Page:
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Why RMDs are a Ticking Time Bomb

Meet Suzan, a 72-year-old who recently retired as a high school teacher. She consistently saved for retirement in a tax-deferred account.

Suzan enjoys a comfortable retirement lifestyle with income from her social security benefits, pension, and rental income from a few properties she owns.

What happens when Suzan turns 73 and must start taking the required minimum distributions?



Understanding a Required Minimum Distribution?

A requirement minimum distribution (RMD) is the minimum annual total amount a retiree must withdraw from their tax-deferred retirement account, such as a 401(k) or traditional individual retirement account (IRA).

A retiree must take their RMD by April 1, following the year they turned 73. If you turn 73 in 2024, you must withdraw your first RMD by April 1, 2025. Subsequent withdrawals must be made annually.

The Internal Revenue Service (IRS) may charge a penalty for failing to take your RMD or the correct amount. This penalty could be 10%, 25%, or 50% of the amount not taken.

For retirees like Suzan, taking RMDs can significantly increase their total taxable annual income. This will likely bump them into a higher tax bracket and cause them to owe more income taxes than they previously did.


How to Calculate Your RMDs

The formula the IRS uses to calculate a retiree’s RMD divides their account balance by the life expectancy factor. In short,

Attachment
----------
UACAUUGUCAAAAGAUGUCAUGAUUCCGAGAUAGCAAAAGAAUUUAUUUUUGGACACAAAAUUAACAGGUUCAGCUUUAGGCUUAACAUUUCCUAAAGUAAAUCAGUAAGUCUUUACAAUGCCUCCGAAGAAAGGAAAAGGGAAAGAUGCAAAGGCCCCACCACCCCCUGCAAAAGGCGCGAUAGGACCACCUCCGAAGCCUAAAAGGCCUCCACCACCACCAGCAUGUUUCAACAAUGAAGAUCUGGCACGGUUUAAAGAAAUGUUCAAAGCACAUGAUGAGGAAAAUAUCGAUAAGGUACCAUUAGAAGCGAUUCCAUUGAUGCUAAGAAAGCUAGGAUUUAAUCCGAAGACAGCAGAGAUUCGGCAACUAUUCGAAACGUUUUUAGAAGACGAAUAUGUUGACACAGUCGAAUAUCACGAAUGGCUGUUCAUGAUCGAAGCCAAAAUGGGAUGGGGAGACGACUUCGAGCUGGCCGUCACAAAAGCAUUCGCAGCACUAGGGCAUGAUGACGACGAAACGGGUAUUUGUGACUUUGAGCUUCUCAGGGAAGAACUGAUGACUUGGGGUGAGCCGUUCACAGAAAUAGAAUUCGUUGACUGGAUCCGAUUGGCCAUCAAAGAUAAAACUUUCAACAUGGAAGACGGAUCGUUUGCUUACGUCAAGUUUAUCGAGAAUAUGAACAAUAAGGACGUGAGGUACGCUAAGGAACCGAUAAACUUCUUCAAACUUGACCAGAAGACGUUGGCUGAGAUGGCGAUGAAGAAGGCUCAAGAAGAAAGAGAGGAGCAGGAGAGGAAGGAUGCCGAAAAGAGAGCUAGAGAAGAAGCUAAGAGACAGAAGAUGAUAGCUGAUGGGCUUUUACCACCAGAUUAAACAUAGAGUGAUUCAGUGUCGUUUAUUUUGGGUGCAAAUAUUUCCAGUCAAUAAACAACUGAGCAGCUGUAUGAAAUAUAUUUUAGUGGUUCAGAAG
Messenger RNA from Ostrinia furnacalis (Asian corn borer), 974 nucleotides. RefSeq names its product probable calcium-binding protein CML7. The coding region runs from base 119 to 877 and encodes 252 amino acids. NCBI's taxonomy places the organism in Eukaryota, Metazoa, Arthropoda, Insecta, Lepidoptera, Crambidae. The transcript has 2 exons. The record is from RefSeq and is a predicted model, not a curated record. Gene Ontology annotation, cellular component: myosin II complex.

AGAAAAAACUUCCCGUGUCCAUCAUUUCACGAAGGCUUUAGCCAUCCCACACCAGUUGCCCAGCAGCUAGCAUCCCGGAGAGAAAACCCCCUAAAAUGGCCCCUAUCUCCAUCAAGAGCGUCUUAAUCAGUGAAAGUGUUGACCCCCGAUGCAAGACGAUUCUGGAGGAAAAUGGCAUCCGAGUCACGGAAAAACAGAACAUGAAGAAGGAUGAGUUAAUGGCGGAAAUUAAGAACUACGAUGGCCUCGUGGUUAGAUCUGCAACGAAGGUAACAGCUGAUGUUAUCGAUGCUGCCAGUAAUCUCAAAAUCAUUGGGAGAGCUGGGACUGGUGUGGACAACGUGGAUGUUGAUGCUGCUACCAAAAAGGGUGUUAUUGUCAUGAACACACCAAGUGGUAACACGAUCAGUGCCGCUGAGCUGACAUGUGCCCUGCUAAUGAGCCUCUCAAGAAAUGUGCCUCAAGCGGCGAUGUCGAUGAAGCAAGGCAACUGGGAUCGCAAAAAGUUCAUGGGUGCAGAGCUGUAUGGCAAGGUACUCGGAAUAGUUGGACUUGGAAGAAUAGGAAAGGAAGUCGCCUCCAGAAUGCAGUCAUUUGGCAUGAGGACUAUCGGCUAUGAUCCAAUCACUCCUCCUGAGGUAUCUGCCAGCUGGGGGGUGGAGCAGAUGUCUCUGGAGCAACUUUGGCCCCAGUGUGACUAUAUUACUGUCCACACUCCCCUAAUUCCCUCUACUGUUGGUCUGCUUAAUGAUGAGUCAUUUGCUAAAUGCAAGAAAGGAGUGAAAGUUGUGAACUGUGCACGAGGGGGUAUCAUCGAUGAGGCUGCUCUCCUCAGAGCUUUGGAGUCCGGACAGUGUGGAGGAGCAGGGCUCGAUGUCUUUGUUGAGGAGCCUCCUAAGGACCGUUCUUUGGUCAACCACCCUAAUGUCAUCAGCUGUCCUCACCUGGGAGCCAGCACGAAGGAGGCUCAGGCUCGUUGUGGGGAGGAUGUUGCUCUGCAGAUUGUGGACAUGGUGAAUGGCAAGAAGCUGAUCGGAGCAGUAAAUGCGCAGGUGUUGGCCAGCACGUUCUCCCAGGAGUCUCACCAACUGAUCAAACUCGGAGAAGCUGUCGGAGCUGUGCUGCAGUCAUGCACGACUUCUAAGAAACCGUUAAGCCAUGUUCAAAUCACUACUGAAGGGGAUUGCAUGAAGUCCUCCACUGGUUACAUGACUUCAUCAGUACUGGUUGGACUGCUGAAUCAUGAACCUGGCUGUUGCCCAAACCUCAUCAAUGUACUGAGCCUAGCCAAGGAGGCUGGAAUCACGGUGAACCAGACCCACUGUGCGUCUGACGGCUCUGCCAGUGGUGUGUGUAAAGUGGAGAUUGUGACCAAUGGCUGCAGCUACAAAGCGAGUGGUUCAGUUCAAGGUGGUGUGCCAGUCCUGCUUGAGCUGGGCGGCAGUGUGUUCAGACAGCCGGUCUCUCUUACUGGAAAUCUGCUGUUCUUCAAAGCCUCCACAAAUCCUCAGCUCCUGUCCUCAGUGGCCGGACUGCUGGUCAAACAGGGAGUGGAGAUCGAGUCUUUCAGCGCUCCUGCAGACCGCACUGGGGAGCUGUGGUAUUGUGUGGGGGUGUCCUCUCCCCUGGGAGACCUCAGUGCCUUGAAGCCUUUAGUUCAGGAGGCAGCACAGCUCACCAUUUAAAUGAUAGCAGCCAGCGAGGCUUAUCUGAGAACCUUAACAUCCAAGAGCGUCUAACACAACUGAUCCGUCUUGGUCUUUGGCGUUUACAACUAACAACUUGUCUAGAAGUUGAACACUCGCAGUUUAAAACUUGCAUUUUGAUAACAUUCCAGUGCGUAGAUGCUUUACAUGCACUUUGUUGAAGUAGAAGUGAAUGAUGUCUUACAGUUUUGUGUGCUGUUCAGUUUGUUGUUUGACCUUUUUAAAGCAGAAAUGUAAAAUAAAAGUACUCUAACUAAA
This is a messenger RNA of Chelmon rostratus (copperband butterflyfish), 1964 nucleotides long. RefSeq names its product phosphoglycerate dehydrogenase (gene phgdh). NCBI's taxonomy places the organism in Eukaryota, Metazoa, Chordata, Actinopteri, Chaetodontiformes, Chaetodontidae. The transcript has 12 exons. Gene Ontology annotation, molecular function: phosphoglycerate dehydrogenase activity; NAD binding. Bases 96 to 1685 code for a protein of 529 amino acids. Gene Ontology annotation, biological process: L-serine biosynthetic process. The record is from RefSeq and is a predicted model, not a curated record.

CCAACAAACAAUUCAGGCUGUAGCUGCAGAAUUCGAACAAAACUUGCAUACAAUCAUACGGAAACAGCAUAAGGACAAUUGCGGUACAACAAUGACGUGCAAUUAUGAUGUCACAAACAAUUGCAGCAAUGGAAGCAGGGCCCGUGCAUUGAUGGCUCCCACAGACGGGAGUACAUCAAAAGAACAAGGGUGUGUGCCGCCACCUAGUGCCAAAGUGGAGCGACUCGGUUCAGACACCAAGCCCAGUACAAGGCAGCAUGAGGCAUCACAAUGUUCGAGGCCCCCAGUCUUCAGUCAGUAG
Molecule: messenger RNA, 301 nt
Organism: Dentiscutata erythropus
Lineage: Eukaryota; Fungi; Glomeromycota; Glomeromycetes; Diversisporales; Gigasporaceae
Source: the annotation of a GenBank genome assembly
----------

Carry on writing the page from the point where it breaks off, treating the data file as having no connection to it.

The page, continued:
RMD = total account balance/life expectancy factor

The total retirement account balance is the value of your account by the end of business on December 31 of the year before you take your RMD.

The life expectancy factor comes from the appropriate IRS table, such as Table I (Single Life Expectancy), Table II (Joint Life and Last Survivor Expectancy), or Table III (Uniform Lifetime).

Let us illustrate with an example: Suppose the balance on Suzan’s traditional IRA on December 31, 2024, is $200,000. Her spouse is 62 years old, meaning they’re more than 10 years younger, and they’re the account’s sole beneficiary.

Using Table II, the life expectancy to use is 27.2. Suzan’s current RMD will be $7,352.94 ($200,000/27.2 = $7,352.94).

Because Suzan’s retirement account balance, her age, and her spouse’s age change, her RMD will also change.

It’s important to eliminate or reduce the impact of RMDs on your retirement finances to minimize taxes. One efficient way is to open a retirement account you contribute to with after-tax income, such as a Roth IRA.


The Impact of RMDs on Your Beneficiaries

The RMD rules vary based on who inherits your retirement account: a spouse or a non-spousal beneficiary. Also, consideration is given to whether the retirement account holder died before or after they started taking RMDs.

If the owner dies after starting to take RMDs, their spouse can open an Inherited IRA in their own name using the 10-year method.

The spouse will have to take RMDs up to December 31 for 10 years following the original account owner’s death. By then, the account will need to have been depleted.

If these withdrawals occur during the beneficiary’s highest income years, their inheritance will diminish significantly.


Conclusion

If you would like to avoid the RMD time bomb, review your retirement accounts for tax impacts. JDH Wealth is available to help if you are interested in financial planning for yourself or your beneficiaries.

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